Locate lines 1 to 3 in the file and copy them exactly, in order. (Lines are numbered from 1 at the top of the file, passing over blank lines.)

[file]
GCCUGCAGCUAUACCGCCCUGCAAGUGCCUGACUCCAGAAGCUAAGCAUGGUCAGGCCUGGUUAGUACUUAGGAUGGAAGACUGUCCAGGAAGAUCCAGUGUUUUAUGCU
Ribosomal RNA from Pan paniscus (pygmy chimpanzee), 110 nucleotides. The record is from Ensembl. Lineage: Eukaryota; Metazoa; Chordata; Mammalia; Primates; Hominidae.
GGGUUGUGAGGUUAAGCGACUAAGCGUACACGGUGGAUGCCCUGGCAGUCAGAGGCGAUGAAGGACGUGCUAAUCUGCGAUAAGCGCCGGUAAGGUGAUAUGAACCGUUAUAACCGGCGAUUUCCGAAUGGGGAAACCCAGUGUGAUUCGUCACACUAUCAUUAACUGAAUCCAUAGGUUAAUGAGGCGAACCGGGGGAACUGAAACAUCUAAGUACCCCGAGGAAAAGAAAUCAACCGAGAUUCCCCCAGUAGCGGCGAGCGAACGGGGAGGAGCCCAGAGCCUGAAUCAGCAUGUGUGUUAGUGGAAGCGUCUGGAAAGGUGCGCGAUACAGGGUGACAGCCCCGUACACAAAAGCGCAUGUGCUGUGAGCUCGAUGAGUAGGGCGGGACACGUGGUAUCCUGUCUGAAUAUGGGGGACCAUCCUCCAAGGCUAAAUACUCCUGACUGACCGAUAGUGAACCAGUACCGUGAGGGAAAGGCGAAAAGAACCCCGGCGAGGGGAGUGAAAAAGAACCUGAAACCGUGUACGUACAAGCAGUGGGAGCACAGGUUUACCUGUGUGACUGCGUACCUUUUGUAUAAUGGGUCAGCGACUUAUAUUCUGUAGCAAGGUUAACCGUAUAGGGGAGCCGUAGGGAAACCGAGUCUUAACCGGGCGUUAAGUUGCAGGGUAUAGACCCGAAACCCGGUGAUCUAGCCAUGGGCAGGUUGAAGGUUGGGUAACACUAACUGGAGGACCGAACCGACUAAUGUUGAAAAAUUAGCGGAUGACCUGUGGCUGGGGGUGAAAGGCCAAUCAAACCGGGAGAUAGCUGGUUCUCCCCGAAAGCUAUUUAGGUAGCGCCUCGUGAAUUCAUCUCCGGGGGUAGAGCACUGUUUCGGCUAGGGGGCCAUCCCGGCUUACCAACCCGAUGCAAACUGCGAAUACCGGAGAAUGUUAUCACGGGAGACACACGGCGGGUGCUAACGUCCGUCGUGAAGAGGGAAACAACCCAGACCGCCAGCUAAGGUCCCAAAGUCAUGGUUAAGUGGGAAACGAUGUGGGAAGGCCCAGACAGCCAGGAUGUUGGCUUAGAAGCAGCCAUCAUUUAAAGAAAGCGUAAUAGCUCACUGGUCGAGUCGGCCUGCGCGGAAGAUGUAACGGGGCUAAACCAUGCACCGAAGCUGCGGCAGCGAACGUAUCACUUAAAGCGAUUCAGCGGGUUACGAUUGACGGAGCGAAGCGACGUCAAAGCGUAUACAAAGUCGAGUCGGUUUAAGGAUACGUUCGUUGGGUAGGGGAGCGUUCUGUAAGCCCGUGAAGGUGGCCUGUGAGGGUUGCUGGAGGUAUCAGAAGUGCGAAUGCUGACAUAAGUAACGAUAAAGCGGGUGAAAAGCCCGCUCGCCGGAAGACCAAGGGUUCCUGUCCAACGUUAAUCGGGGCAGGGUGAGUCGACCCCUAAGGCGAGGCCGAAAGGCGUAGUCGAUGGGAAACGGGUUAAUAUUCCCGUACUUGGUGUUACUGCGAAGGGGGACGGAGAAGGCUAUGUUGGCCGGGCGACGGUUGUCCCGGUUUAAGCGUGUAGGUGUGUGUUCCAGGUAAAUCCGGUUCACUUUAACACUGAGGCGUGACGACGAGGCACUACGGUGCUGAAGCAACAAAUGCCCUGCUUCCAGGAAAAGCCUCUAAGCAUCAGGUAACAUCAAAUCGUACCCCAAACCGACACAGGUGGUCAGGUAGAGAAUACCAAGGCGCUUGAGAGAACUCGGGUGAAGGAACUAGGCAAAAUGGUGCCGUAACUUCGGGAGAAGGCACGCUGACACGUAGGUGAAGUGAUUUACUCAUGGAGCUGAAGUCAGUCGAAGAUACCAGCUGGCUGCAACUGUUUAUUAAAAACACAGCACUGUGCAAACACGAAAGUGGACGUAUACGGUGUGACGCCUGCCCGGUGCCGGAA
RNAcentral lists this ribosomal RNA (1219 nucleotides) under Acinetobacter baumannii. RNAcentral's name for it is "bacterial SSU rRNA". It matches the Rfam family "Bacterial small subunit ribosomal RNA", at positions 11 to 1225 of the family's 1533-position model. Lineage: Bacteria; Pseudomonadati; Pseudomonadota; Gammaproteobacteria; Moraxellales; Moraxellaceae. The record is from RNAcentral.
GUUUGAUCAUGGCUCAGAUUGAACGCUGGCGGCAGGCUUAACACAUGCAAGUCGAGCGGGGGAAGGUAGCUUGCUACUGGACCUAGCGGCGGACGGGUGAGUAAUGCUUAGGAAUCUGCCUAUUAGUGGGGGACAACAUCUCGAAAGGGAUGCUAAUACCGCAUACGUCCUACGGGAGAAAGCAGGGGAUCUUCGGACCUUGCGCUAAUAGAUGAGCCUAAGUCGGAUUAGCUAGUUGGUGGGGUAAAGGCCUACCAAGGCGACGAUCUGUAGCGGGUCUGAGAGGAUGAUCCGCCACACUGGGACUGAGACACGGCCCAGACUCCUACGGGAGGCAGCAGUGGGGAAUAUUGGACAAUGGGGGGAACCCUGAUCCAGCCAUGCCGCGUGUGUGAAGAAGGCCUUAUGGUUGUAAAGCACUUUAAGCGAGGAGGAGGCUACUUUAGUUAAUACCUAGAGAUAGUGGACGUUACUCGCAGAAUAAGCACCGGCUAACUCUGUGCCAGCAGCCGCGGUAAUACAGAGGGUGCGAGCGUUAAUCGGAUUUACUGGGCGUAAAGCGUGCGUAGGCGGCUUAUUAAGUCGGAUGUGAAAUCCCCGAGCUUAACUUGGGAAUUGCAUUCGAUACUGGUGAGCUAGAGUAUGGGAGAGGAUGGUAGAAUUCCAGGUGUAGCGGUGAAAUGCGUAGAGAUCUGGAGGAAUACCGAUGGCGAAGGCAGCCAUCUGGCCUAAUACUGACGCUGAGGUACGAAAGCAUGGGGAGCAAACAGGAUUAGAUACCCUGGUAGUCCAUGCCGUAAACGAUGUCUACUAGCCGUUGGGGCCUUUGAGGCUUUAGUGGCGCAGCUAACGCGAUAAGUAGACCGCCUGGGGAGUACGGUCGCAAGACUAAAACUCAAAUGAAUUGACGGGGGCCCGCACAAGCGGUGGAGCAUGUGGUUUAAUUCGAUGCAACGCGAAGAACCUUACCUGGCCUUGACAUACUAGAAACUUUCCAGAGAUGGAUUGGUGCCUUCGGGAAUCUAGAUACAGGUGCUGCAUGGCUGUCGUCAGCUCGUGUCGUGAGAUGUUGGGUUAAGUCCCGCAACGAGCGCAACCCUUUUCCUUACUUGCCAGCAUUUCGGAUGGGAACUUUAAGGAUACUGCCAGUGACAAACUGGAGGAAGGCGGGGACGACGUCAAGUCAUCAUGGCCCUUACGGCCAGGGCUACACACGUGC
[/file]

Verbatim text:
GCCUGCAGCUAUACCGCCCUGCAAGUGCCUGACUCCAGAAGCUAAGCAUGGUCAGGCCUGGUUAGUACUUAGGAUGGAAGACUGUCCAGGAAGAUCCAGUGUUUUAUGCU
Ribosomal RNA from Pan paniscus (pygmy chimpanzee), 110 nucleotides. The record is from Ensembl. Lineage: Eukaryota; Metazoa; Chordata; Mammalia; Primates; Hominidae.
GGGUUGUGAGGUUAAGCGACUAAGCGUACACGGUGGAUGCCCUGGCAGUCAGAGGCGAUGAAGGACGUGCUAAUCUGCGAUAAGCGCCGGUAAGGUGAUAUGAACCGUUAUAACCGGCGAUUUCCGAAUGGGGAAACCCAGUGUGAUUCGUCACACUAUCAUUAACUGAAUCCAUAGGUUAAUGAGGCGAACCGGGGGAACUGAAACAUCUAAGUACCCCGAGGAAAAGAAAUCAACCGAGAUUCCCCCAGUAGCGGCGAGCGAACGGGGAGGAGCCCAGAGCCUGAAUCAGCAUGUGUGUUAGUGGAAGCGUCUGGAAAGGUGCGCGAUACAGGGUGACAGCCCCGUACACAAAAGCGCAUGUGCUGUGAGCUCGAUGAGUAGGGCGGGACACGUGGUAUCCUGUCUGAAUAUGGGGGACCAUCCUCCAAGGCUAAAUACUCCUGACUGACCGAUAGUGAACCAGUACCGUGAGGGAAAGGCGAAAAGAACCCCGGCGAGGGGAGUGAAAAAGAACCUGAAACCGUGUACGUACAAGCAGUGGGAGCACAGGUUUACCUGUGUGACUGCGUACCUUUUGUAUAAUGGGUCAGCGACUUAUAUUCUGUAGCAAGGUUAACCGUAUAGGGGAGCCGUAGGGAAACCGAGUCUUAACCGGGCGUUAAGUUGCAGGGUAUAGACCCGAAACCCGGUGAUCUAGCCAUGGGCAGGUUGAAGGUUGGGUAACACUAACUGGAGGACCGAACCGACUAAUGUUGAAAAAUUAGCGGAUGACCUGUGGCUGGGGGUGAAAGGCCAAUCAAACCGGGAGAUAGCUGGUUCUCCCCGAAAGCUAUUUAGGUAGCGCCUCGUGAAUUCAUCUCCGGGGGUAGAGCACUGUUUCGGCUAGGGGGCCAUCCCGGCUUACCAACCCGAUGCAAACUGCGAAUACCGGAGAAUGUUAUCACGGGAGACACACGGCGGGUGCUAACGUCCGUCGUGAAGAGGGAAACAACCCAGACCGCCAGCUAAGGUCCCAAAGUCAUGGUUAAGUGGGAAACGAUGUGGGAAGGCCCAGACAGCCAGGAUGUUGGCUUAGAAGCAGCCAUCAUUUAAAGAAAGCGUAAUAGCUCACUGGUCGAGUCGGCCUGCGCGGAAGAUGUAACGGGGCUAAACCAUGCACCGAAGCUGCGGCAGCGAACGUAUCACUUAAAGCGAUUCAGCGGGUUACGAUUGACGGAGCGAAGCGACGUCAAAGCGUAUACAAAGUCGAGUCGGUUUAAGGAUACGUUCGUUGGGUAGGGGAGCGUUCUGUAAGCCCGUGAAGGUGGCCUGUGAGGGUUGCUGGAGGUAUCAGAAGUGCGAAUGCUGACAUAAGUAACGAUAAAGCGGGUGAAAAGCCCGCUCGCCGGAAGACCAAGGGUUCCUGUCCAACGUUAAUCGGGGCAGGGUGAGUCGACCCCUAAGGCGAGGCCGAAAGGCGUAGUCGAUGGGAAACGGGUUAAUAUUCCCGUACUUGGUGUUACUGCGAAGGGGGACGGAGAAGGCUAUGUUGGCCGGGCGACGGUUGUCCCGGUUUAAGCGUGUAGGUGUGUGUUCCAGGUAAAUCCGGUUCACUUUAACACUGAGGCGUGACGACGAGGCACUACGGUGCUGAAGCAACAAAUGCCCUGCUUCCAGGAAAAGCCUCUAAGCAUCAGGUAACAUCAAAUCGUACCCCAAACCGACACAGGUGGUCAGGUAGAGAAUACCAAGGCGCUUGAGAGAACUCGGGUGAAGGAACUAGGCAAAAUGGUGCCGUAACUUCGGGAGAAGGCACGCUGACACGUAGGUGAAGUGAUUUACUCAUGGAGCUGAAGUCAGUCGAAGAUACCAGCUGGCUGCAACUGUUUAUUAAAAACACAGCACUGUGCAAACACGAAAGUGGACGUAUACGGUGUGACGCCUGCCCGGUGCCGGAA